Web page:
Yankton barred from tribal officesFormer Spirit Lake chairman ordered to have no contact with council members.
By: Chuck Haga, Herald Staff Reports
The Spirit Lake Tribal Court apparently issued a restraining order Wednesday against former Tribal Chairman Roger Yankton Sr., barring Yankton from entering the tribal government building or having any contact with members of the Tribal Council.
Council members sought the restraining order after Yankton appeared at a general assembly meeting Tuesday night and attempted to run the meeting, according to tribe members who were present.
Yankton and Leander “Russ” McDonald, now the Fort Totten District representative on the council, have jockeyed in recent weeks over who is tribal chairman after members voted in early July to oust Yankton and replace him with McDonald. The question is to be heard by the Northern Plains Inter-tribal Court of Appeals in South Dakota, but a hearing date has not been set.
Copies of the restraining order obtained by the Herald indicate the order was issued Wednesday by Chief Judge Ruth Hopkins, though the copies bear the signature of a court clerk and not the judge. Hopkins and other court officials could not be reached Wednesday night to confirm the order.
In the document, the Tribal Court directs that “any violence or harassment directed at the Petitioner (the Tribal Council) must stop.”
In “findings of fact” listed on the order, the court said that public safety at the government headquarters, known as the Blue Building, “is a concern due to the controversial nature of recent events regarding both (the council) and (Yankton).”
The order notes that “threats of physical harm have been made by multiple parties against (the council members) as well as (Yankton), due to his continuing presence in the Spirit Lake Tribal Office.”
Yankton is ordered not to “threaten, molest (or) injure” any of the petitioners or “take or damage any of the petitioners’ property directly or through any third party.” He also is barred from contacting them by phone or coming within 100 feet of their place of residence, employment or, if applicable, their children’s day care, or to approach within 100 feet of the council members “in any public place.”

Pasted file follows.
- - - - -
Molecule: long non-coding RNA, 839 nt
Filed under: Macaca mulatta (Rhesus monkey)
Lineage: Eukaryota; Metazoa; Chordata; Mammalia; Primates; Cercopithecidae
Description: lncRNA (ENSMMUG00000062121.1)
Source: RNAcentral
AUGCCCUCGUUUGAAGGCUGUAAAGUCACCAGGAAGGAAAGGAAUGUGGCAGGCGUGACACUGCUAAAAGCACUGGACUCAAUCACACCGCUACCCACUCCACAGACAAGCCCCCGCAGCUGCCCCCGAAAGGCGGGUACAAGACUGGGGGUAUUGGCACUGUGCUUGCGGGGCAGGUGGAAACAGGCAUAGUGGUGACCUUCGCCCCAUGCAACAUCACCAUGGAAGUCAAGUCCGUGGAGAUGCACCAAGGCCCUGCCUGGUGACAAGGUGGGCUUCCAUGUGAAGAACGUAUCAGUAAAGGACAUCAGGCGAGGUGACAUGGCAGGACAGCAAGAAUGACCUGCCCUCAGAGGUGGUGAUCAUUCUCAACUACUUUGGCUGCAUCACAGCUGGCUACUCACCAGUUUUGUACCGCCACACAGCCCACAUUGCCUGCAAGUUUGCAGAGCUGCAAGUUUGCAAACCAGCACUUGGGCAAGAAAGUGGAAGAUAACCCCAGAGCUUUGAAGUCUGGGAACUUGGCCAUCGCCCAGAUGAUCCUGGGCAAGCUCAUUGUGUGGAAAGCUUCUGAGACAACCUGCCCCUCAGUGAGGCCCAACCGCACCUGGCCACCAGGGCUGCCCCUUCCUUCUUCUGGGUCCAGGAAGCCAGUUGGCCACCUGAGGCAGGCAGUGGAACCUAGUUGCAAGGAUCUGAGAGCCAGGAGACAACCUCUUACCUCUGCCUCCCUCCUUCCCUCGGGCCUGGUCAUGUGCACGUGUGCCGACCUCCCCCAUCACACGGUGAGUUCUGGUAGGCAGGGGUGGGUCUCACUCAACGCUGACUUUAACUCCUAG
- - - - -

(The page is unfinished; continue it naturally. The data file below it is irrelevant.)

Critics of Yankton have repeatedly accused him of using intimidating tactics to pursue his agenda.
Confrontation at meeting
Yankton apparently was served with the restraining order while participating in a meeting at another tribal office Wednesday. In a brief telephone conversation late Wednesday, he acknowledged that a legal action had been taken but that tribal officials “are still going over that.”
He indicated that a Tribal Court order was subject to administrative review. “The legality has to be settled by the Law and Order Board and the government,” he said.
Since it was the government — the elected Tribal Council — that sought the restraining order, it was unclear whether or how Yankton intended to resist it.
Myra Pearson, who preceded Yankton as tribal chairman, said that she went to the Tuesday night general assembly meeting after hearing that Yankton “took over the microphone and was blaming my administration” for the tribe’s financial problems.
“He’s always blaming past administrations,” Pearson said. “A leader would stand up and say, ‘This is my responsibility and I’m going to take care of it.’ That’s what I did.”
She said she brought documents to the meeting showing the balances in tribal funds at the time she left office on May 31, 2011, and Yankton took over.
She said she confronted Yankton Tuesday night and said, “I’m tired of you blaming me for this deficit” in tribal funds. “You tell the people here what you did.” She said Yankton responded by saying he would study the documents.
Told Wednesday that the council had sought a restraining order, Pearson said, “I’m glad somebody finally confronted him. I don’t recognize him as chairman, and I’m not afraid of him.
“Last night was the last straw,” she said, referring to the general assembly meeting.